A friend told me that Chua Chan Mountain, aka Gia Lao, used to be a volcano, yet, there was no information about that on the internet. If you have ever taken a bus from Saigon to Phan Thiet, you would have seen or passed by it before as it lies quite close to the road.
They say that location is everything. And in the case of Mia Nha Trang, location certainly makes this elegant, upscale resort stand out from its contemporaries. Set in a bay with a backdrop of soaring cliffs and a road winding its way above, there is something special about this little slice of paradise.
Mui Ne was once a sleepy fishing town that few people had ever heard of. The solar eclipse of 1995 reversed all that; thousands of astronomers and curious tourists streamed in to observe the phenomenon. Since then, Mui Ne has undergone a major transformation, and is now one of Vietnam’s major tourist attractions.
Nestled away in Yen Bai province, 170km from Hanoi, on the banks of the quiet Thac Ba Lake, is La Vie Vu Linh. It’s an eco-lodge, built according to local traditional techniques in the midst of the Red Dzao minority Ngoi Tu Village. It promotes eco-tourism in harmony with the local population and the environment.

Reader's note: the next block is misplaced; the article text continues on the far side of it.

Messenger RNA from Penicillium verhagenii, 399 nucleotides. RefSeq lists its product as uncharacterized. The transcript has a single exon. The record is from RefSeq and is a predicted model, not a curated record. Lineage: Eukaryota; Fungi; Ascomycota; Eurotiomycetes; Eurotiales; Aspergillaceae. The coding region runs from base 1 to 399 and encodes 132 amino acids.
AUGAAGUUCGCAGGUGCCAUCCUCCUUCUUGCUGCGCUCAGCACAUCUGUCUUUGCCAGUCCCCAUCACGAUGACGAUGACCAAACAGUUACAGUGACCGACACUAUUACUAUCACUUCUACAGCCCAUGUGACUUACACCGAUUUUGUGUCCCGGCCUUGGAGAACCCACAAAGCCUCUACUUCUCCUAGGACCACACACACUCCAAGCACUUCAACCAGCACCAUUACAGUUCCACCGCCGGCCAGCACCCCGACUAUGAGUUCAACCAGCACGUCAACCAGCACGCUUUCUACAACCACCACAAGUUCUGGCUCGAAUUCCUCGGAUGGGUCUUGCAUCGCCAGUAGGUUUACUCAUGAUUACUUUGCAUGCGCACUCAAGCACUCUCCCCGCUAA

Many visitors to Vietnam are fascinated by the Vietnam War era. They seek out the places where well-documented battles took place, they visit war-museums, they comb war-surplus markets for helmets, bits and pieces of uniform, canteens, rusty dog-tags and the like.
A former British-settled port town, George Town in Malaysia is known for its multicultural heritage and vibrant street food scene. Yet it has something else to attract the erstwhile traveller — architecture and art. Words by Edward Dalton. Photos by Julie Vola and Edward Dalton